"Once you have these goals in place, make sure they are SMART goals," says Julie. "These are what you can then focus on both in your training prior to the event, in the warm-up of the event, and when you're stood behind the blocks waiting to compete."

To be a SMART goal, they must meet the following criteria:

  • Specific
  • Measurable
  • Achievable
  • Realistic
  • Time-focussed

The important thing to remember is to focus on the things you can control, not the things you can't control. For example, you can control your start and turns. But you can't control the start and turns of the swimmer in the next lane to you.

2) Get your nutrition right

Another thing you can control in the 24 hours before a race is your nutrition plan.

During your training sessions, you'll have discovered what foods and sports nutrition methods work best for your body's energy levels.

It's important not to eat anything different in the build-up to a race.

You just don't know how your body is going to react to a new food and, even if it copes perfectly well with it, the worry that it might not will cause unnecessary worry and anxiety.

Stick to exactly what you know, and what works for your body. That goes for the amount of time you leave between eating and swimming, as well as the types of food and drink you consume.

By sticking to your trusted and proven nutrition plan, you remove any nagging doubts from your mind which will allow you to concentrate on your performance.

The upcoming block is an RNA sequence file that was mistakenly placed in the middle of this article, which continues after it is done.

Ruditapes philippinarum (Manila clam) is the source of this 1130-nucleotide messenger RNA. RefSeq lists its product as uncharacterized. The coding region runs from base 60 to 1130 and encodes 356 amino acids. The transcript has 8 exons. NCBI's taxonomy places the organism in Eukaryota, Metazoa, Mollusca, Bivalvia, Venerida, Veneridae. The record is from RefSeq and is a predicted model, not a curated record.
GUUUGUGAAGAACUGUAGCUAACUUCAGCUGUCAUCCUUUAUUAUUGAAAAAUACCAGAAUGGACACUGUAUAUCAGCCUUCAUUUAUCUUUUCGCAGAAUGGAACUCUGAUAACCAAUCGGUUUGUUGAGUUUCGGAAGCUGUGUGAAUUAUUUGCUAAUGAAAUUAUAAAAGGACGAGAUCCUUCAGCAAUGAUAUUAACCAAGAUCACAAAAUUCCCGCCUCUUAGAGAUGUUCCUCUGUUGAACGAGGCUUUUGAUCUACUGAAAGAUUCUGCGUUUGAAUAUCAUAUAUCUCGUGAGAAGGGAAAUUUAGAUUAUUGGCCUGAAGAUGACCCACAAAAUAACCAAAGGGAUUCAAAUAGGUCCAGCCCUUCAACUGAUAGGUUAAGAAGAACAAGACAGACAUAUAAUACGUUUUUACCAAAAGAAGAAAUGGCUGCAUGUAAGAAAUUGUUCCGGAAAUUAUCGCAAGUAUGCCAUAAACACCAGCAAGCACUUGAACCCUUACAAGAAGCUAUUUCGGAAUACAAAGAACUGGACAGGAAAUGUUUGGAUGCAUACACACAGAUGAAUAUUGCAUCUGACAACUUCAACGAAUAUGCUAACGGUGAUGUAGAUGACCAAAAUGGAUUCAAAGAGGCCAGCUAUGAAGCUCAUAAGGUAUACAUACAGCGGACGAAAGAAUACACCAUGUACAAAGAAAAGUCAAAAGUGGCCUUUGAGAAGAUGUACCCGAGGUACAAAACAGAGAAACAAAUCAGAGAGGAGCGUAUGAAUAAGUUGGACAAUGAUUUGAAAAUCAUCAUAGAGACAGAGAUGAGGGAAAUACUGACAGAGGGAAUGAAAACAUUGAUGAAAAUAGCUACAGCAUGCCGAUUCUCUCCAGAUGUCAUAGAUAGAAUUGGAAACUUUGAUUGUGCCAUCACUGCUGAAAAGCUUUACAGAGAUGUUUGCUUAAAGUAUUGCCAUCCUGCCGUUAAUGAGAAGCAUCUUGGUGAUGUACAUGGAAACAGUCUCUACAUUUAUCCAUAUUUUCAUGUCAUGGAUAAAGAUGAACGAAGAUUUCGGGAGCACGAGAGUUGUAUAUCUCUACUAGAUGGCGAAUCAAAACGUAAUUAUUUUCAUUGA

mental swimming preparation

3) Prepare your kit the day before

One of the main causes of unnecessary pre-race stress is being in a hurry on race morning.

Desperately hunting for that essential piece of kit, paperwork or energy bar can leave you feeling extremely flustered and is definitely not the way to focus on the race ahead.

Many swimmers will like to pack their race-day swim bag the day before race day.

That way, you know it's all done before you go to bed, leaving one less thing to think about and enhancing your chances of a good night's sleep.

Another good technique is to have a pre-race checklist, to make sure you don't forget any of your race essentials.

As you pack your bag, tick off the items on your checklist so you can be 100% sure in your head that you've got everything.

Another reason for doing this the day before a race is that it gives you enough time to get new items if you suddenly discover your out of a particular item.

It might be something as small as an energy bar, a sports drink sachet or some anti-chafing balm, but being without it on race day will play on your mind.

By realising the day before that you haven't got what you need, you've still got plenty of time to get some more without having to rush around on the morning of the race.